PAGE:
It won't ship until 2018, but if you're one of those people or know someone who has been toiling away with a machine that hasn't received an update since 2013, good things are coming.
In an intriguing briefing with the press, Apple has done two things. Firstly, senior VP of worldwide marketing Phil Schiller basically told a group of journalists that Apple was sorry for not doing anything with the Mac Pro.
The second is their response. Apple will be releasing a new Mac Pro with a modular design that will accommodate the latest generation of GPUs, CPUs a touch more modern than the 22nm Intel Xeon E5-1680 V2 that shipped in 2013, and a new external display. None of these parts will arrive until 2018, although Apple confirmed that it would be updating the Mac Pro's configurations later this year.
The external display won't be a touch screen, which will be of interest to those who were intrigued by Microsoft's Surface Studio. The redesigned Mac Pro will also be walking away from a dual GPU design, which Apple's VP of hardware engineering John Ternus said was limiting for users.
"I think we designed ourselves into a bit of a thermal corner, if you will," Techcrunch, one of the publications invited to the briefing, quoted Ternus as saying. "We designed a system that we thought with the kind of GPUs that at the time we thought we needed, and that we thought we could well serve with a two GPU architecture… that that was the thermal limit we needed, or the thermal capacity we needed. But workloads didn’t materialise to fit that as broadly as we hoped."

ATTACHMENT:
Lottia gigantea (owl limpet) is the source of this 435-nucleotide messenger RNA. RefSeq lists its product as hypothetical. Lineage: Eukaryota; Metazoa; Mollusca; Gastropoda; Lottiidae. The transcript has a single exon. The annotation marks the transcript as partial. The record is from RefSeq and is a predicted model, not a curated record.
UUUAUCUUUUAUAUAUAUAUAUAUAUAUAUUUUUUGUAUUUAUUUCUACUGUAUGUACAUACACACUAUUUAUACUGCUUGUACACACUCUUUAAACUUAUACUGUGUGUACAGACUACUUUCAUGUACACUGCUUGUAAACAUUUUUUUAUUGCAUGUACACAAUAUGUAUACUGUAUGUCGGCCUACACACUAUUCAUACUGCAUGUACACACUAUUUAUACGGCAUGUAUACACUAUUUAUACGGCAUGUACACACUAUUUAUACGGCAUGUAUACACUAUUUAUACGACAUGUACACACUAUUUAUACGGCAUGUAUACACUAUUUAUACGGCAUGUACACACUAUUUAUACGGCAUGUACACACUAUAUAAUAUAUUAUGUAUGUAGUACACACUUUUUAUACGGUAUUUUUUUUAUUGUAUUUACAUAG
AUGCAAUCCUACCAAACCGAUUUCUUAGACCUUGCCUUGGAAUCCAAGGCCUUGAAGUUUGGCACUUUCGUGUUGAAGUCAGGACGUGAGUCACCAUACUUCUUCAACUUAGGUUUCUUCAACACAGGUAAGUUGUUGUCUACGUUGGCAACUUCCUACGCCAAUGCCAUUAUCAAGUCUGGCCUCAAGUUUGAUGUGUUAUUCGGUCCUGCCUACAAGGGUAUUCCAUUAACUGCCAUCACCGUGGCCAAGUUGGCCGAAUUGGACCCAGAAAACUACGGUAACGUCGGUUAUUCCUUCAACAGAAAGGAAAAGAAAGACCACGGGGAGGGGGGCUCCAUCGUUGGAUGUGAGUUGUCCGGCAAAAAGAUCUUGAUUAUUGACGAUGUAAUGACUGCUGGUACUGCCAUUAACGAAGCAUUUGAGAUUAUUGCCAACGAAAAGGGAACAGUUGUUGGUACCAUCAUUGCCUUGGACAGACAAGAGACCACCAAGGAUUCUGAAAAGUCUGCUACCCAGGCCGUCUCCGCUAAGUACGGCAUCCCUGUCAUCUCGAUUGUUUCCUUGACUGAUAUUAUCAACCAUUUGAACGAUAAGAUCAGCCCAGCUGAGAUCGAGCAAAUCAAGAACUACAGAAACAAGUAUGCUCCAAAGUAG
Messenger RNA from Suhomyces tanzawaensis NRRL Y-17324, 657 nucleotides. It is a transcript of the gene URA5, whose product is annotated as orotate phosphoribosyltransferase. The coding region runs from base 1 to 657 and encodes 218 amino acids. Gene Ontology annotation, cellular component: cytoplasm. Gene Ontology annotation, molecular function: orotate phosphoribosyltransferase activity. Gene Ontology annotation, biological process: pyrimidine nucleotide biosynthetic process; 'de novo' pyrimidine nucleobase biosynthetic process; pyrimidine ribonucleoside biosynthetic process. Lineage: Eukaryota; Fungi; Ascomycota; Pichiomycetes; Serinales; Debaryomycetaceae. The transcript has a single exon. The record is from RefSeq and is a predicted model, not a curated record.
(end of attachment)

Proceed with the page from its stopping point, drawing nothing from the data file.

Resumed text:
One of the pitches made for the Mac Pro was development for heavy 3D applications, virtual reality and GPU-intensive workloads, something the current iteration of the Mac Pro doesn't do well. Daring Fireball noted an Apple executive saying that software developers could be the largest "pro" audience (pro users being those who use a "pro" level application, like software editing, video creation and so forth at least a few times a month), although the Pro was the third most popular device among that audience. On top of that, the split between Mac laptops and Mac desktops was around 80/20, which is a decent figure given the marketing weight and brand loyalty of the Macbook line.
For developers, designers and studios in need of workstations on the level of the Mac Pro, it's good news. Whether the final product will be worthwhile we'll know next year, especially when Australian pricing becomes known. (Here's hoping it at least comes with a keyboard and mouse this time.)